Luke 5:1-11


So it was, as the multitude pressed about Him to hear the word of God, that He stood by the Lake of Gennesaret,


and saw two boats standing by the lake; but the fishermen had gone from them and were washing their nets.


Then He got into one of the boats, which was Simon’s, and asked him to put out a little from the land. And He sat down and taught the multitudes from the boat.


When He had stopped speaking, He said to Simon, “Launch out into the deep and let down your nets for a catch.”


But Simon answered and said to Him, “Master, we have toiled all night and caught nothing; nevertheless at Your word I will let down the net.”


And when they had done this, they caught a great number of fish, and their net was breaking.


So they signaled to their partners in the other boat to come and help them. And they came and filled both the boats, so that they began to sink.


When Simon Peter saw it, he fell down at Jesus’ knees, saying, “Depart from me, for I am a sinful man, O Lord!”


For he and all who were with him were astonished at the catch of fish which they had taken;


and so also were James and John, the sons of Zebedee, who were partners with Simon. And Jesus said to Simon, “Do not be afraid. From now on you will catch men.”


So when they had brought their boats to land, they forsook all and followed Him. Luke 5:1-11

Behold the words of the Lord. In some circles today there is a belief in a thing called the Prosperity Gospel. According to our friends at Wikipedia:

Prosperity theology (sometimes referred to as the prosperity gospel, the health and wealth gospel, or the gospel of success) is a religious belief among some Christians that financial blessing and physical well-being is always the will of God for them, and that faith, positive speech, and donations to religious causes will increase one’s material wealth. It is based on interpretations of the Bible that are traditional to Judaism (with respect to the Hebrew Bible),[1]though less so in Christianity. Prosperity theology views the Bible as a contract between God and humans: if humans have faith in God, he will deliver security and prosperity.

In brief, this is a very antho-centric idea in which man puts such emphasis and importance on material wealth and is quite contrary to Orthodox teaching, which teaches us to be meek and humble, emulating our Lord in all things.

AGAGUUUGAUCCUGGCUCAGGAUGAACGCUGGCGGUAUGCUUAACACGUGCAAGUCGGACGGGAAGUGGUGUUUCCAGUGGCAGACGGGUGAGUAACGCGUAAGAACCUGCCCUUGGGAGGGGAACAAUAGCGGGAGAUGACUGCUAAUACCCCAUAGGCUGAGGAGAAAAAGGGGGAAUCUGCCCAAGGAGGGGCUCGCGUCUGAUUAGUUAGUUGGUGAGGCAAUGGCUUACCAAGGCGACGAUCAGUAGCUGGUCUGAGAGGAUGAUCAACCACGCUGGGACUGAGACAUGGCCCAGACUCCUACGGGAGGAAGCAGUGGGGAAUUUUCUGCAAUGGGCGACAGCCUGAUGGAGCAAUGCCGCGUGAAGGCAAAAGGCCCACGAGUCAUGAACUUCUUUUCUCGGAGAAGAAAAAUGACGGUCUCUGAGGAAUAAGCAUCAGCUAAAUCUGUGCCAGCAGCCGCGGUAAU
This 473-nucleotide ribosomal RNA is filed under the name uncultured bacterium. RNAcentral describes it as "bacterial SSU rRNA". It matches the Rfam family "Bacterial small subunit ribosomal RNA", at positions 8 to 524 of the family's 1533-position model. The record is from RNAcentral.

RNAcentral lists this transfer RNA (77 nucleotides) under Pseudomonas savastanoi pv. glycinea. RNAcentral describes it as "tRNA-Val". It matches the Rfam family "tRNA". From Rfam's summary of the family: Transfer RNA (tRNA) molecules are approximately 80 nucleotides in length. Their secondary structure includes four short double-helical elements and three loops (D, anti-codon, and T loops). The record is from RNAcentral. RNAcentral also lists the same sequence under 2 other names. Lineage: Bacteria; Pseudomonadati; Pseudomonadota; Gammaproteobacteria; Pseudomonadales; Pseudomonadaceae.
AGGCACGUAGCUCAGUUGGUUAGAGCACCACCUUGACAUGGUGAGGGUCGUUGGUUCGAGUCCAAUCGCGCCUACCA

Sunday’s Gospel lesson from the Fifth chapter of St. Luke show us the true ” Prosperity Gospel”. This lesson demonstrates that our Lord knew the secret of Peter’s heart. The Lord chose the most profitable time to encounter Peter, James, and John, who would become the foremost of the apostles. 

Any good fisherman knows the best time to catch fish is the evening. These men were tired and undoubtedly frustrated, having spent the whole evening applying their trade with little result. Our Lord tested their patience and obedience and commanded them to launch their boats. Further, the Lord directed them where to cast their nets. Peter complied. Within moments Peter was converted. Never had he seen such a draught of fish! He immediately understood the miracle and fear and awe came upon him, as he beheld his Lord, the fashioner of all things, standing before him.  

What happens next? Peter does not gloat or celebrate his new wealth and good fortune. He confesses to God to depart from him for he “came to his senses” and acknowledged his sinfulness.  The Lord restored him, then Peter, followed by James and John, abandoned his wealth and his very livelihood and followed Christ.

 The Lord knew the way to Peter’s heart. He gave Peter short term wealth to lead him to the kingdom of heaven. This is true prosperity-when we abandon all things-we gain Christ.